It’s not just the boys… My 12 1/2 yr old daughter is very much the same way when it comes to homework.

We are constantly struggling with her to get it done! It’s a non-stop battle of raised voices, rolling eyeballs and foot stomps around our house every night… If I never hear “It’s not faaaiiirrr!” again in my life, I’ll be fine!

I agree that the hormones don’t help the issue!


The carrot and the stick. Rewards for good grades and punishments for bad grades. School is a child’s job. If they do a good job, there should be rewards, like TV and video games. On the other hand, if they don’t carry the load, there should be consequences. Take away his TV and video games. Ground him. He will try to make the punishment hard on you by complaining and carrying on, but wait him out. In the long run, he will respond the way you want him to.

My newly acquired 16 y/o, stepdaughter seems to suffer from the same thing. Take way their biggest form of entertainment until they earn it back… could be a looong rest of school year and summer in our house.

There is a solution: homeschool the kid. Years ago I pulled my angst-ridden youngest daughter, who was setting herself up for failure, from school and she is now doing postgrad at Cambridge (UK). I am also currently homeschooling a nine year old grandchild.
Pull your son out of the system and give him six months to ‘detox’, then get yourself one of the curriculums available and use that. The school system doesn’t suit everyone, if a child is rebelling like your son, he shouldn’t be there, he is being damaged.
The only drawback to Home Ed that I have found is the difficulty in ‘networking’ with other like minded families. Many homeschoolers will have philosopies you don’t agree with. Use the net, there will be lots of others like you.

It’s not just the age – Language Arts is taught TERRIBLY these days. Back in the day, you could read what you were interested in and write a book report. Now, they have to read all these assigned books which are, really, not terribly good books anyway. And do stupid stuff like those awful group projects, where one kid ends up doing all the work an the others get by doing nothing, basically.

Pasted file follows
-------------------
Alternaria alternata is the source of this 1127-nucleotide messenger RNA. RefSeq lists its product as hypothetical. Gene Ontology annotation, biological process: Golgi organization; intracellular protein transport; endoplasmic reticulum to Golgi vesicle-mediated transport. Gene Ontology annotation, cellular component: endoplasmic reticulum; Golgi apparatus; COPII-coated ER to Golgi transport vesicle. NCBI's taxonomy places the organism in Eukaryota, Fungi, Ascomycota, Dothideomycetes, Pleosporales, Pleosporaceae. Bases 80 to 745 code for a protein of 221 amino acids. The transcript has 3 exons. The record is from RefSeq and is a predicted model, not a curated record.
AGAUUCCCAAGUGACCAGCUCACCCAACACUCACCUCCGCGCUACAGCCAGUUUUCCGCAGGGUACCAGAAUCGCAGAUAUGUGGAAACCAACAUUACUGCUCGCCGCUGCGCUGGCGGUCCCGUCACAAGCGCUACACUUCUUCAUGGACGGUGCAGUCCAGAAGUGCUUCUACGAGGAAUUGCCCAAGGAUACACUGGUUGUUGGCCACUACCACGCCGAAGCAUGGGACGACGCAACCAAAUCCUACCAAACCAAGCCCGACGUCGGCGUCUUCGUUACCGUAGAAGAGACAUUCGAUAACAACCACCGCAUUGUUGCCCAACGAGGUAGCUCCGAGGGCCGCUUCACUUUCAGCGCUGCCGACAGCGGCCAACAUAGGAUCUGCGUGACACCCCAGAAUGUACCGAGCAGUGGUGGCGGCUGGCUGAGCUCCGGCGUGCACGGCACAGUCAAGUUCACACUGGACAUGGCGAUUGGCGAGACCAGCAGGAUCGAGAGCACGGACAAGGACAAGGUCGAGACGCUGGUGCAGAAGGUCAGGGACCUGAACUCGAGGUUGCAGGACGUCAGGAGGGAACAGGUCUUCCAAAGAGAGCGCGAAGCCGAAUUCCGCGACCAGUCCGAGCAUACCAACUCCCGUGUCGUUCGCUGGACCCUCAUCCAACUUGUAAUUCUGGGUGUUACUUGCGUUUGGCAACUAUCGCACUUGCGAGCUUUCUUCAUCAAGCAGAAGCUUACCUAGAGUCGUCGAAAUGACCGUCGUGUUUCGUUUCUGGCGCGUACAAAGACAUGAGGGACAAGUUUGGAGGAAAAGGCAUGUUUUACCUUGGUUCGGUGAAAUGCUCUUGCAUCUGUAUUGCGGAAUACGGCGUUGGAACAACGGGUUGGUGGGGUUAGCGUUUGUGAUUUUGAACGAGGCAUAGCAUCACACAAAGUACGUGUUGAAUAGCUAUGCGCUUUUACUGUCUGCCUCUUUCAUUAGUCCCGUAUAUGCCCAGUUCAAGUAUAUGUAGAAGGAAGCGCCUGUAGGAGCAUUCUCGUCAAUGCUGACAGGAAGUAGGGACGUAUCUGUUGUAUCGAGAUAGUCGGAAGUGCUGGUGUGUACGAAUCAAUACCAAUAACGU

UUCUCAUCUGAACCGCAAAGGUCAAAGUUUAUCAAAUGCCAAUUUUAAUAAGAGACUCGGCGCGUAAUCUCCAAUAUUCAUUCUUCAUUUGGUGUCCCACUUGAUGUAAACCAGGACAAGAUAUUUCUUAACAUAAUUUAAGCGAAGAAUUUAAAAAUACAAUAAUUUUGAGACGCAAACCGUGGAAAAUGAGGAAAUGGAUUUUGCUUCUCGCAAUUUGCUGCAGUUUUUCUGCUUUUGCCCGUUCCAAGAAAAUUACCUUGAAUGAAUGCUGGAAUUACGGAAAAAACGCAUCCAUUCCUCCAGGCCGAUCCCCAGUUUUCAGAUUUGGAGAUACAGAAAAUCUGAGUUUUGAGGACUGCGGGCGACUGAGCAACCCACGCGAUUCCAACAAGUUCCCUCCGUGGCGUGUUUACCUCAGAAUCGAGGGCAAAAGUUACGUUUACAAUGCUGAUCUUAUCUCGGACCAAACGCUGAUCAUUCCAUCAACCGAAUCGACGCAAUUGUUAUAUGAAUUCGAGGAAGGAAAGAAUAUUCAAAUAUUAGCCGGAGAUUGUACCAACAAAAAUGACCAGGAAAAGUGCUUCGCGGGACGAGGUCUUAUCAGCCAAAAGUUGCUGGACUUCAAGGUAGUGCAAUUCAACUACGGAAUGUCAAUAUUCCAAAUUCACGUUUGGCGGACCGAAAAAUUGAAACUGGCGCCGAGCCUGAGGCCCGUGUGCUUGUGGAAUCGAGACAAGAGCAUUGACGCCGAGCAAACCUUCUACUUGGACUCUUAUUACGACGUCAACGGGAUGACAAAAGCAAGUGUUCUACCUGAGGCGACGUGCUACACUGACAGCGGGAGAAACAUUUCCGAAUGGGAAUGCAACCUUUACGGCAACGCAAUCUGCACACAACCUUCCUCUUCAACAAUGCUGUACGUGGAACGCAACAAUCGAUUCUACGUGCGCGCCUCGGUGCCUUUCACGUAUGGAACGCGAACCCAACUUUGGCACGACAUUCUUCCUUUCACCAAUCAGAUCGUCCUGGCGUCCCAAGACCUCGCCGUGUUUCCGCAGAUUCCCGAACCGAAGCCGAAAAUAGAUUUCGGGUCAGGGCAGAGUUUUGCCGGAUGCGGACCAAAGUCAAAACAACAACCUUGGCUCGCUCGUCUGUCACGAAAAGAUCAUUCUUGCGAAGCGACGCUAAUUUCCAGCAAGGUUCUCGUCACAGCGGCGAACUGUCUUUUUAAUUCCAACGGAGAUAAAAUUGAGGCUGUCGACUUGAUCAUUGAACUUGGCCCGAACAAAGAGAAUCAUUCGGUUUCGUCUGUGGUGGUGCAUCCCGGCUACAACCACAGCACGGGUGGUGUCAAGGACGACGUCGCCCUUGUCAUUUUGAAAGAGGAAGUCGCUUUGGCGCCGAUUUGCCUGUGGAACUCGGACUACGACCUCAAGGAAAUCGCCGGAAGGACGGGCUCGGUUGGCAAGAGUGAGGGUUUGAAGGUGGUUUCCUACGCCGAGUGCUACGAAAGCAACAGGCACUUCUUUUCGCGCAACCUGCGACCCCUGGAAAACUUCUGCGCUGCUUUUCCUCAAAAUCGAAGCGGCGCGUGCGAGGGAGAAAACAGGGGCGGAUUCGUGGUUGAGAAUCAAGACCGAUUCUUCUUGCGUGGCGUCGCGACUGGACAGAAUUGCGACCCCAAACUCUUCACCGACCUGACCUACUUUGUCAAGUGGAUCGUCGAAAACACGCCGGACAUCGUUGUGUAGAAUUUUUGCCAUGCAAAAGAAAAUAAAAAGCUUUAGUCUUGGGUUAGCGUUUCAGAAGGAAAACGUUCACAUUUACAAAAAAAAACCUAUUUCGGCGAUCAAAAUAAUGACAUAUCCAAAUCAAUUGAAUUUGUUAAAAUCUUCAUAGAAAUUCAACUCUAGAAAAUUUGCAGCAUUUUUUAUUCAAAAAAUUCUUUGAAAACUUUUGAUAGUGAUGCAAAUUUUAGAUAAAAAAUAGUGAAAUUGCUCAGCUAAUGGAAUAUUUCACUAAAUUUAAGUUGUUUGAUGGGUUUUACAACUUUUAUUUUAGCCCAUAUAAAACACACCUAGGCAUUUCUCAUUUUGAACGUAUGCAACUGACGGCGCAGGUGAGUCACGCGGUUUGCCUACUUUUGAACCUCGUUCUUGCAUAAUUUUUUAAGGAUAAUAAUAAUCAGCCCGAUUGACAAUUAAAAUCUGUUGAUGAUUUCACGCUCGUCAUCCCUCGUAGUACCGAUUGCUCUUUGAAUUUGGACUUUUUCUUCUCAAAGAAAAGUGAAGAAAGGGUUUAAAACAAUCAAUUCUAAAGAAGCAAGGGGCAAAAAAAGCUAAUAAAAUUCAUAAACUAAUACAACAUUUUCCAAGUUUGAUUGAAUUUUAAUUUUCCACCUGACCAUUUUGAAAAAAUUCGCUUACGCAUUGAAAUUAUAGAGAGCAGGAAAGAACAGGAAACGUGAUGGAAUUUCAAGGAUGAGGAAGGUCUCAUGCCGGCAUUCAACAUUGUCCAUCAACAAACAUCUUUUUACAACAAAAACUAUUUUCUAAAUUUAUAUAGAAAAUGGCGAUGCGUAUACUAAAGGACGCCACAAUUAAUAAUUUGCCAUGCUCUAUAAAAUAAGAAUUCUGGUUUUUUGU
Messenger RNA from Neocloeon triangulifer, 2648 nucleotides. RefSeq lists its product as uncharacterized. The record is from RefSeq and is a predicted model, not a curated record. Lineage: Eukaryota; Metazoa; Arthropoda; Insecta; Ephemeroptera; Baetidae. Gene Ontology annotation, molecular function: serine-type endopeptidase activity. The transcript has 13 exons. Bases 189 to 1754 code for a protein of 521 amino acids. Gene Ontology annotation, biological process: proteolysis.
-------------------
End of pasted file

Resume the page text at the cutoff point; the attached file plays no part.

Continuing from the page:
Both my boys hated Language Arts. They tested 90th percentile or above on everything, read at college levels, and these damn teachers are telling me they’re failing? C’mon – it’s the class structure that’s messed up….

Egads. My 10 yr old son is going through the same thing. I said “meet me half way and I’ll help you” and I have to repeat everything 3 times before it sinks in with him and then I can only hope he retains the info. *Sigh*

It’s not just boys – I went through a phase like that too but managed to do enough to coast through without my parents really noticing too much so unfortunately don’t have any tips.

however, remembering how much I disliked my parents’ pulling rank I’d say to talk a bit with him about it now but wait until the atmosphere is a bit less tense/pressured – even the summer if it can go that long- to try to sit down and explain that everything has consequences. I’m sure you’ve had that discussion before but…

them’s my 2 cents. Said with the knowledge that I don’t have kids so might be totally off-base.

In many ways, i have a similiar situation to yours: single parent, recently remarried with a 13 year old at home. My two cents are in two suggestions:
1. Look to see how things have changed since your marriage. Some of what your kid is saying/doing sounds like attention seeking behavior. It’s not necessary to return to your previous life paterns, but you may want to make changes, if you see a difference.
2. Carrot/Stick approach that was mentioned above works pretty good for me.

I agree with the whole ‘carrot stick’ thing. Rewards and punishments seem to be the only thing that work for us also. (15 year old daughter and almost 12 year old son) I am a secretary at a middle school and it’s actually very refreshing to know that you don’t think your child is perfect and it’s always the schools/teachers fault. Sometimes people don’t want to believe that their little dumpling is not perfect and they want to protect them and blame everyone else for everything. My opinion is this: They are KIDS……they will try stuff, not do stuff, see what they can get away with, etc. because that’s what KIDS do! I try very hard not to utter the words “My child would never do that.” because the instant I do….they will. Keep doing what you’re doing, let him know that you love him and that’s why you can’t let him get away with this behavior. He will be a much better, accountable ADULT someday because you have stuck to your guns. Good luck and know that it won’t last forever!

I feel you girl. All I can say is best of luck. Pray often, and try to ask if he needs any help with anything often…but in a non-cahalant no-nagging sort of is tricky, but know that many people struggle with kids like this!